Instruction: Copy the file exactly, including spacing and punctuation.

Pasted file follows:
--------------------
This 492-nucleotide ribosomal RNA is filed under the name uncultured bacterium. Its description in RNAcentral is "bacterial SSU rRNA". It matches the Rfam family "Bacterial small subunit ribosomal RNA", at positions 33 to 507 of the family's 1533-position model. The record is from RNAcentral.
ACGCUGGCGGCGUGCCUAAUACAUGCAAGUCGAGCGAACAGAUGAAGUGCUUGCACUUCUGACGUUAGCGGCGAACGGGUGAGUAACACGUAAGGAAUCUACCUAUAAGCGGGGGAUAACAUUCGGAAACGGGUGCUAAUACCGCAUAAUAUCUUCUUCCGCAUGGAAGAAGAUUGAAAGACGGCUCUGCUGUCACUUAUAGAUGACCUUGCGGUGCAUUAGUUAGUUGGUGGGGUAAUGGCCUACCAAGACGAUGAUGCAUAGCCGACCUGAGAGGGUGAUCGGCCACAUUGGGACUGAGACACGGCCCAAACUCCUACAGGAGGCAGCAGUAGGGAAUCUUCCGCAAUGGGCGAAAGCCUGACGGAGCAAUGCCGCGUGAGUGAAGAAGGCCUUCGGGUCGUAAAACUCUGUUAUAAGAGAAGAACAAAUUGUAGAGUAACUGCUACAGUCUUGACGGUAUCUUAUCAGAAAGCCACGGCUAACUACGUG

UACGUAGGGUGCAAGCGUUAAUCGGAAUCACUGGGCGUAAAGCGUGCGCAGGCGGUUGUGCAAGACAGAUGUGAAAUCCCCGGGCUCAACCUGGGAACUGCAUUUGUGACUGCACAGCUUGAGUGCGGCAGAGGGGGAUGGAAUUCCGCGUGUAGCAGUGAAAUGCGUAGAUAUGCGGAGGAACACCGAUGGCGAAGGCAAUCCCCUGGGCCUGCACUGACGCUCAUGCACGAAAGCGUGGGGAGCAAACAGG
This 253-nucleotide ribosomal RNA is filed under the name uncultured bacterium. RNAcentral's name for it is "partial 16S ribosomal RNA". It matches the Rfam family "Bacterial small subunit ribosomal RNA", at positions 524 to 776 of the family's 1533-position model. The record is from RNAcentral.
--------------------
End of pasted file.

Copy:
This 492-nucleotide ribosomal RNA is filed under the name uncultured bacterium. Its description in RNAcentral is "bacterial SSU rRNA". It matches the Rfam family "Bacterial small subunit ribosomal RNA", at positions 33 to 507 of the family's 1533-position model. The record is from RNAcentral.
ACGCUGGCGGCGUGCCUAAUACAUGCAAGUCGAGCGAACAGAUGAAGUGCUUGCACUUCUGACGUUAGCGGCGAACGGGUGAGUAACACGUAAGGAAUCUACCUAUAAGCGGGGGAUAACAUUCGGAAACGGGUGCUAAUACCGCAUAAUAUCUUCUUCCGCAUGGAAGAAGAUUGAAAGACGGCUCUGCUGUCACUUAUAGAUGACCUUGCGGUGCAUUAGUUAGUUGGUGGGGUAAUGGCCUACCAAGACGAUGAUGCAUAGCCGACCUGAGAGGGUGAUCGGCCACAUUGGGACUGAGACACGGCCCAAACUCCUACAGGAGGCAGCAGUAGGGAAUCUUCCGCAAUGGGCGAAAGCCUGACGGAGCAAUGCCGCGUGAGUGAAGAAGGCCUUCGGGUCGUAAAACUCUGUUAUAAGAGAAGAACAAAUUGUAGAGUAACUGCUACAGUCUUGACGGUAUCUUAUCAGAAAGCCACGGCUAACUACGUG

UACGUAGGGUGCAAGCGUUAAUCGGAAUCACUGGGCGUAAAGCGUGCGCAGGCGGUUGUGCAAGACAGAUGUGAAAUCCCCGGGCUCAACCUGGGAACUGCAUUUGUGACUGCACAGCUUGAGUGCGGCAGAGGGGGAUGGAAUUCCGCGUGUAGCAGUGAAAUGCGUAGAUAUGCGGAGGAACACCGAUGGCGAAGGCAAUCCCCUGGGCCUGCACUGACGCUCAUGCACGAAAGCGUGGGGAGCAAACAGG
This 253-nucleotide ribosomal RNA is filed under the name uncultured bacterium. RNAcentral's name for it is "partial 16S ribosomal RNA". It matches the Rfam family "Bacterial small subunit ribosomal RNA", at positions 524 to 776 of the family's 1533-position model. The record is from RNAcentral.